I reminded myself that people would be there the whole time, telling me where to go and what to do. They aren’t just going to let people pull onto the ferry and park themselves, there’s a certain way it has to be done. I finally calmed down and was able to actually enjoy the experience.
It wasn’t until I returned, and was talking to my therapist about my trip, that I realized I had slipped back into old patterns with my thoughts.
In learning how to do something new, we give ourselves the opportunity to gain confidence.
As we’re learning, we may struggle at first, but, if we persevere, we eventually become proficient at it. We may even find that we possess abilities we weren’t aware we had. This process, in turn, gives us more confidence to try something else.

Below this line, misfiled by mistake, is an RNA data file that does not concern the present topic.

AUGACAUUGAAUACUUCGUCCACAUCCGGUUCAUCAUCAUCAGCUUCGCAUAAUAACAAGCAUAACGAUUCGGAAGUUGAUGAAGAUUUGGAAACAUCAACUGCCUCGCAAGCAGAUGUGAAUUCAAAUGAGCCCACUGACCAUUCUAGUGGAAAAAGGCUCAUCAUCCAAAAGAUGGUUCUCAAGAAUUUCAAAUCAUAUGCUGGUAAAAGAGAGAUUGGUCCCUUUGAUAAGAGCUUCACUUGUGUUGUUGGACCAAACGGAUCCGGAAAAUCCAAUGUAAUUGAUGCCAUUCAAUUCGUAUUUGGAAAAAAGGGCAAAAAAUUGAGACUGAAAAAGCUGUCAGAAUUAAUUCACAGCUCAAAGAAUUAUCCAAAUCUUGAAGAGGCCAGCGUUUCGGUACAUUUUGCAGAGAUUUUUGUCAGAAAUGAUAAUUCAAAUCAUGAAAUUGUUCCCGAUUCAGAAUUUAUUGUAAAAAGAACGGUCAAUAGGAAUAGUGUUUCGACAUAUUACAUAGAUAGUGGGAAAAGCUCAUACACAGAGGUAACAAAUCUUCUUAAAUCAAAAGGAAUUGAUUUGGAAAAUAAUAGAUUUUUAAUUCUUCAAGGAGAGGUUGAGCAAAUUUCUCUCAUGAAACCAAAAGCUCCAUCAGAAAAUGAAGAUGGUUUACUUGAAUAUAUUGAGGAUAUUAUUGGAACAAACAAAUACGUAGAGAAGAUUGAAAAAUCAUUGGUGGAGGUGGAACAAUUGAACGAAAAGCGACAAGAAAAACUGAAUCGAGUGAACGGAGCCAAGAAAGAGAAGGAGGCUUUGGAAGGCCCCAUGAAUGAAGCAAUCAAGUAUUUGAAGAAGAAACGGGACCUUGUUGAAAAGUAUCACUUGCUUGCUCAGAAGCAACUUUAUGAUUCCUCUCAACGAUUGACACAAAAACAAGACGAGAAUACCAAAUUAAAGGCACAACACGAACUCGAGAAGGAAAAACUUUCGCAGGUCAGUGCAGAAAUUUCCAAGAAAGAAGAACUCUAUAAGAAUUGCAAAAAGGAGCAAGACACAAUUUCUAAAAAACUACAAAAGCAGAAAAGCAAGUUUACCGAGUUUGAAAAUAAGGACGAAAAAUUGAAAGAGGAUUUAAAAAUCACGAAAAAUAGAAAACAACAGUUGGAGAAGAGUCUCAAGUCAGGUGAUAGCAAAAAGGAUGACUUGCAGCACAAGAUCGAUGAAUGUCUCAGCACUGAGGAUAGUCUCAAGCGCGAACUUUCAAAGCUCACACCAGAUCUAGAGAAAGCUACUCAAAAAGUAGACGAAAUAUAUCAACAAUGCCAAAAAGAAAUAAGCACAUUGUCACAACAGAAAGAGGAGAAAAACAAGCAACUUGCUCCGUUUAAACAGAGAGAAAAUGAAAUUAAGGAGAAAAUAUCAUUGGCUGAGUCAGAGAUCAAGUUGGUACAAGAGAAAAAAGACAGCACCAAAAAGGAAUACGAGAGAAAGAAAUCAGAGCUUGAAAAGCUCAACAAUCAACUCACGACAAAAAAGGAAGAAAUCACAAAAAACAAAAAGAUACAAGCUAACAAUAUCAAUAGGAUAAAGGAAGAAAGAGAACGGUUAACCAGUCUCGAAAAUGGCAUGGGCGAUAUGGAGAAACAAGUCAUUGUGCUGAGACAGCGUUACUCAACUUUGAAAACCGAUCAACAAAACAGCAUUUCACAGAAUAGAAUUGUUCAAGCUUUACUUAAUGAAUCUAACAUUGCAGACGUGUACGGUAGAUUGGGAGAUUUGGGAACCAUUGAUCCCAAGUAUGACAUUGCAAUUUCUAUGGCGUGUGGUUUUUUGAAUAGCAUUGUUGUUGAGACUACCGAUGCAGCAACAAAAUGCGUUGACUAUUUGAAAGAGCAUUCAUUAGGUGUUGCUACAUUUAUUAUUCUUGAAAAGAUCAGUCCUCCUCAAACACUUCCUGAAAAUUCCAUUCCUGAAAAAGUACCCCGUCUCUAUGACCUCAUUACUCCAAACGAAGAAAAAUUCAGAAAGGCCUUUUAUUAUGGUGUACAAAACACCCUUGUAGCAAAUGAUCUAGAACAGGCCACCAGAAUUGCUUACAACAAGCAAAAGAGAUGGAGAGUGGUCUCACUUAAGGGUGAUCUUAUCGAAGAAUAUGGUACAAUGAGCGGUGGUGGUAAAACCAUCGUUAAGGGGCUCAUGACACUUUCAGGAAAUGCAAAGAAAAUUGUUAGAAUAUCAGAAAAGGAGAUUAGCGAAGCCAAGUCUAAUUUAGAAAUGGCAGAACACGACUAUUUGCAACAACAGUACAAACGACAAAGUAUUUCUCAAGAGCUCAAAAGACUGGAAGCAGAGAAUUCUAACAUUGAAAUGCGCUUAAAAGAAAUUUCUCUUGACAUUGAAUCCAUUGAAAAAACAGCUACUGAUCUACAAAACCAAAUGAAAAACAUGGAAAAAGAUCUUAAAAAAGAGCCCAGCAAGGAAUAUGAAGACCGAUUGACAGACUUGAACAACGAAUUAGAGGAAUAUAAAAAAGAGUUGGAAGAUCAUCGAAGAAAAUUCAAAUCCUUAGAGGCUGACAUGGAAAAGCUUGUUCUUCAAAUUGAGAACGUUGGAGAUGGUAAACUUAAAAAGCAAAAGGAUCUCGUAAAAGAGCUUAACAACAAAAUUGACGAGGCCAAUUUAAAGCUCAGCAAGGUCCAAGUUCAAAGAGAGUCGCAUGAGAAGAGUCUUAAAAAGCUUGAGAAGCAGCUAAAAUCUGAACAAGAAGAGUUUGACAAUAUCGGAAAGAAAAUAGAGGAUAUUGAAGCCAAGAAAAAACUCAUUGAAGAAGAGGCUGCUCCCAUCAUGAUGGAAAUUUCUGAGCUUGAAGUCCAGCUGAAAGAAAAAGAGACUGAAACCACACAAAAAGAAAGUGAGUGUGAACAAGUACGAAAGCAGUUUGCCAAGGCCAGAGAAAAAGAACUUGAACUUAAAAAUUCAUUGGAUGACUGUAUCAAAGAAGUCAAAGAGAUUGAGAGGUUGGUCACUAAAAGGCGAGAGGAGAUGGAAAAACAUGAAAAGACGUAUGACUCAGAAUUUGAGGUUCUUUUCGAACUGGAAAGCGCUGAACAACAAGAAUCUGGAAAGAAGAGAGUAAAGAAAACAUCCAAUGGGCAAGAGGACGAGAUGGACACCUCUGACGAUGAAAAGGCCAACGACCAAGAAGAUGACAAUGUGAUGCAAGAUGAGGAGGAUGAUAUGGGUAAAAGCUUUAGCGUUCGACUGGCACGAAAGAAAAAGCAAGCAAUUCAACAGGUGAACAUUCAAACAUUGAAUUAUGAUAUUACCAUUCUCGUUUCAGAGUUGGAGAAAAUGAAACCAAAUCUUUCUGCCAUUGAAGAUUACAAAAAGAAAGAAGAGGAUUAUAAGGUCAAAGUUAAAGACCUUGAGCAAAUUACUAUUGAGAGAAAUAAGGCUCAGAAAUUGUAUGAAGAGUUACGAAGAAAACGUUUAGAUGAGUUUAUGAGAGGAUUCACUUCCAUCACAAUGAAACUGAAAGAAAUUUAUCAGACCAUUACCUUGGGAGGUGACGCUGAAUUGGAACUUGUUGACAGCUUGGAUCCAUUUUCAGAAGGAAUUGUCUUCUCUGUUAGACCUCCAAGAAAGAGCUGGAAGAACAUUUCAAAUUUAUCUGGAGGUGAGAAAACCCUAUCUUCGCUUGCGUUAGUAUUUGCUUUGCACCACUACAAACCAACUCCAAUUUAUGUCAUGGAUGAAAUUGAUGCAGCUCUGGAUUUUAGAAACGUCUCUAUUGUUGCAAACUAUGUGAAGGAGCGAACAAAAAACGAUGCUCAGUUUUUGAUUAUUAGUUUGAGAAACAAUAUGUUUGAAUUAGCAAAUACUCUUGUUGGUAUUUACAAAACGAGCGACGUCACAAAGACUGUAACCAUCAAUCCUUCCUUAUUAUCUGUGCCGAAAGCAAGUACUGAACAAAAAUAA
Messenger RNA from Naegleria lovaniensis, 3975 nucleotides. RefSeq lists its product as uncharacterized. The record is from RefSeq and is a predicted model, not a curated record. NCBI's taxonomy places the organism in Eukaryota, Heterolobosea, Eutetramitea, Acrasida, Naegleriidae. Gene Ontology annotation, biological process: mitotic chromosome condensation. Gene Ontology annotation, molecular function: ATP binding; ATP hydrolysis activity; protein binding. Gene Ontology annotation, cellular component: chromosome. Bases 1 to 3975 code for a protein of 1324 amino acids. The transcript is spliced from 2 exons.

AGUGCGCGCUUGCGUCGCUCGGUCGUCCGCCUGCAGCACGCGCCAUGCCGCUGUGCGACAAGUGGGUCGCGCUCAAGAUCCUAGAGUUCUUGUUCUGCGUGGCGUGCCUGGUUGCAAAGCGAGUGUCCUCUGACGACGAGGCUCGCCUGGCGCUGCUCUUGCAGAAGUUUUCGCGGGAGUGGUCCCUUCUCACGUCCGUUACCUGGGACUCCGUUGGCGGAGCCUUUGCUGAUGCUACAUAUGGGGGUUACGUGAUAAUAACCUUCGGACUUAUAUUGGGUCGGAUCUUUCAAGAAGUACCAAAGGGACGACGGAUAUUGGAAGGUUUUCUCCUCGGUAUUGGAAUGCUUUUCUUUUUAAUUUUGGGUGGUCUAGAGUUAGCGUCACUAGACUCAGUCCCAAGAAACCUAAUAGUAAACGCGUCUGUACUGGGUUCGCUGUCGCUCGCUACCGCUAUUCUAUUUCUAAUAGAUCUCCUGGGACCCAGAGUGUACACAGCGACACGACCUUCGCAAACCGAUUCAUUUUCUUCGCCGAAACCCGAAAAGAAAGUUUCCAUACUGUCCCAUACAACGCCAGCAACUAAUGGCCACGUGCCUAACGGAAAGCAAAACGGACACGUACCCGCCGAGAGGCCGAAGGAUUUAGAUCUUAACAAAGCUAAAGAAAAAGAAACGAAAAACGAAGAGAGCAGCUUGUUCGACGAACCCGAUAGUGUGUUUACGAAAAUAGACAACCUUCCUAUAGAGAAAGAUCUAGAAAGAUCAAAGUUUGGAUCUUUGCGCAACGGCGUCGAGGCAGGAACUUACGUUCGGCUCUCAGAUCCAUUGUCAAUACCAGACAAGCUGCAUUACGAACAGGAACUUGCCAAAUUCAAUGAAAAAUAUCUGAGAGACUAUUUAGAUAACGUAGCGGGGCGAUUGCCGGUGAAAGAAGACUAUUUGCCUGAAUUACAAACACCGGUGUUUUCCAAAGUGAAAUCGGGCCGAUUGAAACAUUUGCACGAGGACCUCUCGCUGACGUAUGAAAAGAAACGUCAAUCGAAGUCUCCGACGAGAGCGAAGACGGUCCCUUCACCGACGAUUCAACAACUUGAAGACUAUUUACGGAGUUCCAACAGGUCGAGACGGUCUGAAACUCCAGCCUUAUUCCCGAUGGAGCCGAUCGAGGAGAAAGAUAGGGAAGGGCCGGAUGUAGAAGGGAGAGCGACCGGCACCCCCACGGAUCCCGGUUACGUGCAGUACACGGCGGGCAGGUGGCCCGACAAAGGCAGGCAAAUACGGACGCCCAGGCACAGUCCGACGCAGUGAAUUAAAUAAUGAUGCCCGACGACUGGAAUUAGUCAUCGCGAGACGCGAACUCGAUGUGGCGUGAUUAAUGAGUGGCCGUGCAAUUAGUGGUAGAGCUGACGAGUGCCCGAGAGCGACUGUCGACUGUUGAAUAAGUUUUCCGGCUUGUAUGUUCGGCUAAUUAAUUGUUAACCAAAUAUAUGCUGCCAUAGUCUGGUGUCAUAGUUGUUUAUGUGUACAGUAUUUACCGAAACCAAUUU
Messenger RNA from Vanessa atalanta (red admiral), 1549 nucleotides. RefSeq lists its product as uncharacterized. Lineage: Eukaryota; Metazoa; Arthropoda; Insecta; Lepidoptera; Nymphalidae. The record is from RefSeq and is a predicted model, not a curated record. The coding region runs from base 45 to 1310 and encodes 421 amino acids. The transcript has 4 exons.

Within this, we also give ourselves the opportunity to become more resilient.
Inevitably, as we’re learning new things, we’ll make mistakes along the way. We’ll have to find new ways to accomplish what we want to do. We may even have to start over completely with a project. Each time we keep moving forward, keep learning to do whatever it is, we develop a little more resilience. Which comes in handy when the inevitable challenges of life arise.
I’m not saying that trying to build a birdhouse, messing up and having to start over, and then building one successfully one time is going to help you weather the hard times of life. I am saying though, that if you continue to try new things, persevere, and learn a new skill over and over again, then it can most definitely help you weather the hard times. Because, like the above, you’ve gained confidence in your ability to handle the hard stuff. You’ve gained confidence in your ability to find a way.
Through the process of learning new things, we learn more about ourselves.